Africultures Festival Is As Bright In Spirit As It Is In Dress

About 40 out of the 53 sovereign African nations live in Sydney.
In one word, bold.
In one word, bold.

For African women and men, what they wear speaks volumes -- right down to the weave of the fabric.

"Fashion is such a huge part of our identity. It shows who you are as a person in an African context. The colour, print or weave of the fabric can signify your status and what tribe you come from," Adama Kamara, from Sierra Leone, told The Huffington Post Australia.

"There are these traditional fabrics but then there's also new, emerging African prints that are bright and bold. We're seeing younger generations using these more and more and they're combining them with western fashion to showcase their new identity."

Adama Kamara is the Coordinator of Africultures Festival, an annual arts and music festival held in Sydney's west, is almost as vibrant in spirit as it is in colour.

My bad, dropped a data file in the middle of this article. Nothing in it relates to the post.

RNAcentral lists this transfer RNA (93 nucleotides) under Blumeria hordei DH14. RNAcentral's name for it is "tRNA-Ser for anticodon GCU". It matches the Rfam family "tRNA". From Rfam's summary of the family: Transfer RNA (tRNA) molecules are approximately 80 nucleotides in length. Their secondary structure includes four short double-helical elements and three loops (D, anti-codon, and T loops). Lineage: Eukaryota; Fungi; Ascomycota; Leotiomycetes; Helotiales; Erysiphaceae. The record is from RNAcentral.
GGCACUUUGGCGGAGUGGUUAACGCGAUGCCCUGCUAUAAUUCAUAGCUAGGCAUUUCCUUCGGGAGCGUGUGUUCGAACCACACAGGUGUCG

It is a chance for people wear their African dress and not feel like they are out of place.

And it's happening this Saturday in Wyatt Park, Lidcombe.

"The festival is about showing the community at its best and showcasing its diversity through fashion, music and food on its own terms," Kamara said.

Africa is a diverse continent with 53 recognised sovereign nations. Approximately 40 of these communities -- set to be represented at this year's festival -- are established and living in Sydney. But this is often overlooked.

"Often Africa is portrayed as one country, one culture, one continent. There is so much to be learnt about the diversity within it. This is us saying, 'this is who we are, get to know us,'" Kamara said.

"Africa is a continent with inherent poverty and low socioeconomic status, but that's not all there is to us. There's more to know and there are people who are doing incredible things to change this."

Featuring Ethiopian coffee.
Featuring Ethiopian coffee.

The day will feature a range of performances and food offerings exploring the Australian-African diaspora. There'll be rising Ugandan musician SK Simeon and local reggae artist Jah Tung along with Ethiopian dance ground Samrawit (to name a few).

Here's a sneak- peak from last year -- you won't be able to sit still.

Africultures is happening on March 11 at Wyatt Park in Lidcombe, Sydney.